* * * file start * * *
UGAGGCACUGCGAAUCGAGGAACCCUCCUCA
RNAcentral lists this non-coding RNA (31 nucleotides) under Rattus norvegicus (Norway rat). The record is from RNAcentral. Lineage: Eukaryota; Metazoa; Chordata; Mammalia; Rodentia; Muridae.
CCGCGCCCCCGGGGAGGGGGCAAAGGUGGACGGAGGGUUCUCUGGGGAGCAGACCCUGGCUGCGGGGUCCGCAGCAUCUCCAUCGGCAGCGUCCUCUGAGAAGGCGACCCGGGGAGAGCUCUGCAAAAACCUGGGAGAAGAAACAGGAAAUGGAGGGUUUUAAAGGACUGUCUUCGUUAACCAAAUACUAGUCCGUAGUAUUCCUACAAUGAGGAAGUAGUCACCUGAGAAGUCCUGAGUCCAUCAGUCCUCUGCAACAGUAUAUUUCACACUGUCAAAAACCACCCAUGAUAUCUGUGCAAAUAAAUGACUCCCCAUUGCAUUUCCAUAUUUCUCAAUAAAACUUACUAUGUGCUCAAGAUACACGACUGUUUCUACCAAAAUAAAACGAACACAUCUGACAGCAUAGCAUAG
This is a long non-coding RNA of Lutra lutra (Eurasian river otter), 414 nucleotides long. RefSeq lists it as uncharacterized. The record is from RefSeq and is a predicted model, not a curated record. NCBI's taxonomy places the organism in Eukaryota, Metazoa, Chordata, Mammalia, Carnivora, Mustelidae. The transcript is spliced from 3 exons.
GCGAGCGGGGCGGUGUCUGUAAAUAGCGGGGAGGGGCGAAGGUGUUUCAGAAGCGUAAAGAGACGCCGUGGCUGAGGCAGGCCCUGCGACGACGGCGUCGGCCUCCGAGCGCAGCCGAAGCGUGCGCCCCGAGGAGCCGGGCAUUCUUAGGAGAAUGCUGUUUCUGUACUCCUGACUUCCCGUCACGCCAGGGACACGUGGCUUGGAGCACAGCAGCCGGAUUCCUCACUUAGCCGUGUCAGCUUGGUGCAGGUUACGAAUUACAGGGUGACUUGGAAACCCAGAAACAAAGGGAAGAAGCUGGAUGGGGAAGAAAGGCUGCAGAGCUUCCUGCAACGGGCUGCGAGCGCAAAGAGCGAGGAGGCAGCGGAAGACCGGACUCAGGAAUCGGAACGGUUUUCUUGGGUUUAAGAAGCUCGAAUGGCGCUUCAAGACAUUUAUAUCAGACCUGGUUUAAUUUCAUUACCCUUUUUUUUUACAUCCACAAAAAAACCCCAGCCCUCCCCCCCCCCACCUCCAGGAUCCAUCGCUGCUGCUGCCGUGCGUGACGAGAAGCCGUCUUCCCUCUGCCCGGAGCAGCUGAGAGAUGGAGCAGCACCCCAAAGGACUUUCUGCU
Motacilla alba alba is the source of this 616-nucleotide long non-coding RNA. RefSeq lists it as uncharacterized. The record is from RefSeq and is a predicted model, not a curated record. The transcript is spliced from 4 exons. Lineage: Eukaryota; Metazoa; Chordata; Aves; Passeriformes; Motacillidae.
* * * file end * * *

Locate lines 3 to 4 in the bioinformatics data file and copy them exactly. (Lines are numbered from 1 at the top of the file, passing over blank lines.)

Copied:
CCGCGCCCCCGGGGAGGGGGCAAAGGUGGACGGAGGGUUCUCUGGGGAGCAGACCCUGGCUGCGGGGUCCGCAGCAUCUCCAUCGGCAGCGUCCUCUGAGAAGGCGACCCGGGGAGAGCUCUGCAAAAACCUGGGAGAAGAAACAGGAAAUGGAGGGUUUUAAAGGACUGUCUUCGUUAACCAAAUACUAGUCCGUAGUAUUCCUACAAUGAGGAAGUAGUCACCUGAGAAGUCCUGAGUCCAUCAGUCCUCUGCAACAGUAUAUUUCACACUGUCAAAAACCACCCAUGAUAUCUGUGCAAAUAAAUGACUCCCCAUUGCAUUUCCAUAUUUCUCAAUAAAACUUACUAUGUGCUCAAGAUACACGACUGUUUCUACCAAAAUAAAACGAACACAUCUGACAGCAUAGCAUAG
This is a long non-coding RNA of Lutra lutra (Eurasian river otter), 414 nucleotides long. RefSeq lists it as uncharacterized. The record is from RefSeq and is a predicted model, not a curated record. NCBI's taxonomy places the organism in Eukaryota, Metazoa, Chordata, Mammalia, Carnivora, Mustelidae. The transcript is spliced from 3 exons.